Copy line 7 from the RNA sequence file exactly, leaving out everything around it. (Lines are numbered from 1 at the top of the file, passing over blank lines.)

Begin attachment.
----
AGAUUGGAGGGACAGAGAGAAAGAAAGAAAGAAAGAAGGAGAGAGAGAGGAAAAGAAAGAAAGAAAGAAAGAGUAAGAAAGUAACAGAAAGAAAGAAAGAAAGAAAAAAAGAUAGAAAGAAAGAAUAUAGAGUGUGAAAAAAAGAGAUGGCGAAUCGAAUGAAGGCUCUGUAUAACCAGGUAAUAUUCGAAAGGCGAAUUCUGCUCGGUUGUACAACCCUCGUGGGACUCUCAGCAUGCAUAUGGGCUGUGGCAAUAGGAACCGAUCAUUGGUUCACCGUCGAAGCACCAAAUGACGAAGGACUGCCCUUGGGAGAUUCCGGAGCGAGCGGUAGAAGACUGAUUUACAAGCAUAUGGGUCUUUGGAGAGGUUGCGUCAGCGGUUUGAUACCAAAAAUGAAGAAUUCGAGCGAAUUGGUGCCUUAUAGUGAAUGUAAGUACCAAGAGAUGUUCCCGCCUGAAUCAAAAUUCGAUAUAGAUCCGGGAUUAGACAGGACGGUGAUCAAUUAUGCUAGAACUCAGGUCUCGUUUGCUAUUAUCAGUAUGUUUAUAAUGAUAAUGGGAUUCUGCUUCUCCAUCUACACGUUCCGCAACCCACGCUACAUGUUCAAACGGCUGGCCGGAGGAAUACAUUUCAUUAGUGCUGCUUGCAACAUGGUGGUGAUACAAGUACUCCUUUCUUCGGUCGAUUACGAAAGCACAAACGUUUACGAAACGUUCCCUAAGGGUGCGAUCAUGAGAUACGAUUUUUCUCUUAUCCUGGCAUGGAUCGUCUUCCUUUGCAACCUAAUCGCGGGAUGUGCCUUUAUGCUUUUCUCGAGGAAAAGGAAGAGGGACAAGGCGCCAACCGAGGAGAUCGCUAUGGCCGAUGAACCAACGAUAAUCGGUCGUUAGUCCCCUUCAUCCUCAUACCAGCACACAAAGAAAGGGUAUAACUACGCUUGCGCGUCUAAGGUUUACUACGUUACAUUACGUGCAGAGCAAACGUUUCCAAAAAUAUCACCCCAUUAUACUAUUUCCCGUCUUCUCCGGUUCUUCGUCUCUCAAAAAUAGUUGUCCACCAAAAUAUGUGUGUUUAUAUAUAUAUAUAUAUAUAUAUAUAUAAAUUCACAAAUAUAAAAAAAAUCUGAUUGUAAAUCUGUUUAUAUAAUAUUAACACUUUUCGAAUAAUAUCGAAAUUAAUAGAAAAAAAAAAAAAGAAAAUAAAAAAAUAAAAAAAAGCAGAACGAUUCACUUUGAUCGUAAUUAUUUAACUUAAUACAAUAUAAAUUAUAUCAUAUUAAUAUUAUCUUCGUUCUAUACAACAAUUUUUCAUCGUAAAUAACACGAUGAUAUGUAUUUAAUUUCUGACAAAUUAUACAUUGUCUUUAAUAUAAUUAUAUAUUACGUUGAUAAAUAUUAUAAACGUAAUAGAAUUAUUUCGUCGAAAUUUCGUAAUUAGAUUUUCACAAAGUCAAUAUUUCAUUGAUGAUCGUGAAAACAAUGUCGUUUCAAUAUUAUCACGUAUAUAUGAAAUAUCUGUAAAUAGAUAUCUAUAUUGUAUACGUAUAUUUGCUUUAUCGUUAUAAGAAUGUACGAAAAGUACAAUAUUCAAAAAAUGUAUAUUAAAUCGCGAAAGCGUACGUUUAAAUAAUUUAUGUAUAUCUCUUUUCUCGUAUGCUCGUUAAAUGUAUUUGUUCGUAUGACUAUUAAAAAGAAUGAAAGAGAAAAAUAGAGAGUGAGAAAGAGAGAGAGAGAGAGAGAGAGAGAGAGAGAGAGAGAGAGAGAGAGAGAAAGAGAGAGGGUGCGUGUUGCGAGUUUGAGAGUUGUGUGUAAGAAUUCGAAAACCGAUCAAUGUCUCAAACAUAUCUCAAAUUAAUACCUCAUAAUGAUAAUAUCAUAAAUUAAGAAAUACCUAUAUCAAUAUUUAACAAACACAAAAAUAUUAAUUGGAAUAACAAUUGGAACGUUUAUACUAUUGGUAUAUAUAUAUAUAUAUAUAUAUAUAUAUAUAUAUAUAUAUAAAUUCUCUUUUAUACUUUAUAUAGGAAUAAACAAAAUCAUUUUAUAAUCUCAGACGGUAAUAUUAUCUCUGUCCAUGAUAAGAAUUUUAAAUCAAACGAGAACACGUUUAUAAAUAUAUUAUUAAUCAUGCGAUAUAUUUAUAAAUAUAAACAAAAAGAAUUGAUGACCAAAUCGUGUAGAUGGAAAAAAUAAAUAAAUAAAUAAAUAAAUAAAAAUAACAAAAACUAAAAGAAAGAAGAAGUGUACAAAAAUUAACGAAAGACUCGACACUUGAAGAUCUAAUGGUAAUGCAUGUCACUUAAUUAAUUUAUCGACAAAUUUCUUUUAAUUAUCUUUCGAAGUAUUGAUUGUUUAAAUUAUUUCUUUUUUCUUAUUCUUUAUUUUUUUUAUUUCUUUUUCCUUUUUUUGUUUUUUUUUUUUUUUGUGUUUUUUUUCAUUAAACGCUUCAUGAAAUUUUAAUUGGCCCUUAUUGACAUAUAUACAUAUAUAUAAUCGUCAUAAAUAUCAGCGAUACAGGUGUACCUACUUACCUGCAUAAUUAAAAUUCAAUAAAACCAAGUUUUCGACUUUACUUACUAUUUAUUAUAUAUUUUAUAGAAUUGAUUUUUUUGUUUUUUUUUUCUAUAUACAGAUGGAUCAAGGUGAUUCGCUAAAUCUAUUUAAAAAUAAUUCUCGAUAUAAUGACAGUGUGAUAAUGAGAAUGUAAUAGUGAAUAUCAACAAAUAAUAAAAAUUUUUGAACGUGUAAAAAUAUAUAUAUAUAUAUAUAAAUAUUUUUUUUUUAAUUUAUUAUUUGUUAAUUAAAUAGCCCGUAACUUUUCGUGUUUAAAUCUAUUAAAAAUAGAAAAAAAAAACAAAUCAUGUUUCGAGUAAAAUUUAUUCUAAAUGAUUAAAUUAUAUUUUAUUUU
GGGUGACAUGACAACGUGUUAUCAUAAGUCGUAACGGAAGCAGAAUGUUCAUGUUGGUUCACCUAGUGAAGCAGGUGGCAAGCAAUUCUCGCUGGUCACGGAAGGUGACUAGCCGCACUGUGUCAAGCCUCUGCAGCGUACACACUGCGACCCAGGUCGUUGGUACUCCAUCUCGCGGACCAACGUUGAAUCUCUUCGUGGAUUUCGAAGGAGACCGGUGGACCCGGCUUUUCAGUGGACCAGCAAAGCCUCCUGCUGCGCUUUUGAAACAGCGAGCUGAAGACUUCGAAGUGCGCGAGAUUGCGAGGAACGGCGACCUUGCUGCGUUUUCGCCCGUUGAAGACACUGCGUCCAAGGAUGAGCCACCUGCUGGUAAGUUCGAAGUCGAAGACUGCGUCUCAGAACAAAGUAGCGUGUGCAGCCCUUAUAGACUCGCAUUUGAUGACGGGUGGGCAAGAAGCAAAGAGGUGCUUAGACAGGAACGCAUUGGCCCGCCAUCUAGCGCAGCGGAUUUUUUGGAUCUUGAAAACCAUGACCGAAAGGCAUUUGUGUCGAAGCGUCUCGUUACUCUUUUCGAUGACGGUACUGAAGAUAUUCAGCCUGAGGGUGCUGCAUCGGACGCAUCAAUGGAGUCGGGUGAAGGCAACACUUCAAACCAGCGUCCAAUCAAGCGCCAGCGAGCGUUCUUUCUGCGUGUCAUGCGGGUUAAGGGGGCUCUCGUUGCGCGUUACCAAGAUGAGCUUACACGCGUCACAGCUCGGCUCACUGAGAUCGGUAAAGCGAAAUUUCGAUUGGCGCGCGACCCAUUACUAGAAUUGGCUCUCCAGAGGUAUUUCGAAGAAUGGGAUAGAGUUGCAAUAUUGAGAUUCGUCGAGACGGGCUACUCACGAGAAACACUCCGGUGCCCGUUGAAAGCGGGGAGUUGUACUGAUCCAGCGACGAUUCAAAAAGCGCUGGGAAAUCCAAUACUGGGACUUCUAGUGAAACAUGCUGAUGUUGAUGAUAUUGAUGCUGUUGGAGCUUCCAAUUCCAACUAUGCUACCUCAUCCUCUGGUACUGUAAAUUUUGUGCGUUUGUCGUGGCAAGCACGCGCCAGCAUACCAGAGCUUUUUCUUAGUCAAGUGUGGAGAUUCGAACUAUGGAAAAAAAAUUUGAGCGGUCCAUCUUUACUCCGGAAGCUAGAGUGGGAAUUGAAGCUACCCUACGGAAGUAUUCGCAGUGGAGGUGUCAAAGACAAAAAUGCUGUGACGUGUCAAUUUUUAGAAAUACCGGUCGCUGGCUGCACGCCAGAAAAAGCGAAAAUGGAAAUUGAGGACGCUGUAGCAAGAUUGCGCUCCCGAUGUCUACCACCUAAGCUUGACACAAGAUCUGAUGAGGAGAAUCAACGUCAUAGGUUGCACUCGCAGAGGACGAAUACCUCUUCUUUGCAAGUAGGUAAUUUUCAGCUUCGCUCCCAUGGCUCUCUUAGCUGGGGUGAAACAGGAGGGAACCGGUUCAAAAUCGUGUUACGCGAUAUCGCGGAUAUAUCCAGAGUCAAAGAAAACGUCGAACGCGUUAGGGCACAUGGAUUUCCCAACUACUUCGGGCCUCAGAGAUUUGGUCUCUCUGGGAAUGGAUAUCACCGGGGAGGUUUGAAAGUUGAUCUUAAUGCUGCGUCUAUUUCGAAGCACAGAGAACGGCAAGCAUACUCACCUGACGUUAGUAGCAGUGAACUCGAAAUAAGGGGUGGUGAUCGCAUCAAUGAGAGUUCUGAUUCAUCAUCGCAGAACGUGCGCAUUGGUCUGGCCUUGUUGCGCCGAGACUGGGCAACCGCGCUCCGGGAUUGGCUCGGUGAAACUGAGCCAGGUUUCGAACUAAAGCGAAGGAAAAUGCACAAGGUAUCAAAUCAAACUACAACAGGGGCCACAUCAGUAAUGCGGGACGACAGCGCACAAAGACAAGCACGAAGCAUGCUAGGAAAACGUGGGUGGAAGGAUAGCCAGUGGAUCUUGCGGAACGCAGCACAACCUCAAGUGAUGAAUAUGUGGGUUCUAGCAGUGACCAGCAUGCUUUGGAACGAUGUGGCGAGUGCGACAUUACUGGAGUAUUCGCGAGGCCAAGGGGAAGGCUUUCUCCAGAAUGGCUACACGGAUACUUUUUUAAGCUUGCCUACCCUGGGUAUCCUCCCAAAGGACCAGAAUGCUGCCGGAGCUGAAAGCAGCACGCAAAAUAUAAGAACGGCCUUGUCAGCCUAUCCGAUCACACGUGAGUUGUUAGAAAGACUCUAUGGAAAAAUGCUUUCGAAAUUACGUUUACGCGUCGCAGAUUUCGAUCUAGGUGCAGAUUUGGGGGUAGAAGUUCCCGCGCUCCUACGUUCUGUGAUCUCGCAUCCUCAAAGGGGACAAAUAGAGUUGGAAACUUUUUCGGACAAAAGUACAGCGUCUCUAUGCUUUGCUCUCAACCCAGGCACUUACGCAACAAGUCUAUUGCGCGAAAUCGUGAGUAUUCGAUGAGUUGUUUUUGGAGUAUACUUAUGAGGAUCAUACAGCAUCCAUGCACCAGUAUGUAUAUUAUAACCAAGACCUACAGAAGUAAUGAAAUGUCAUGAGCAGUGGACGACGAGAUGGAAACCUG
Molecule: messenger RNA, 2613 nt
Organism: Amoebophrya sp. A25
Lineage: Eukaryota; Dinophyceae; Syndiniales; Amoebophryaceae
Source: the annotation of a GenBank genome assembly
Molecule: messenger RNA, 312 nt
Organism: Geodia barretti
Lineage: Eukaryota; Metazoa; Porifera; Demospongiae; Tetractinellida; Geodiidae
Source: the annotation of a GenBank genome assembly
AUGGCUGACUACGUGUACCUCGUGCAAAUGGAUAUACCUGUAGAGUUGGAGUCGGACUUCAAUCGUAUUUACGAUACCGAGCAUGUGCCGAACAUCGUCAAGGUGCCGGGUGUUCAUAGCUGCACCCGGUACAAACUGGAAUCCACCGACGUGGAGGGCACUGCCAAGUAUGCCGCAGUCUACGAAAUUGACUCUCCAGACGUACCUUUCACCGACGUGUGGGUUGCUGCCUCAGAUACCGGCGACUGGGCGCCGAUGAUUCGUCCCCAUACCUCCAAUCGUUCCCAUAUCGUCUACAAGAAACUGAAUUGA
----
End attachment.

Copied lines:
Molecule: messenger RNA, 312 nt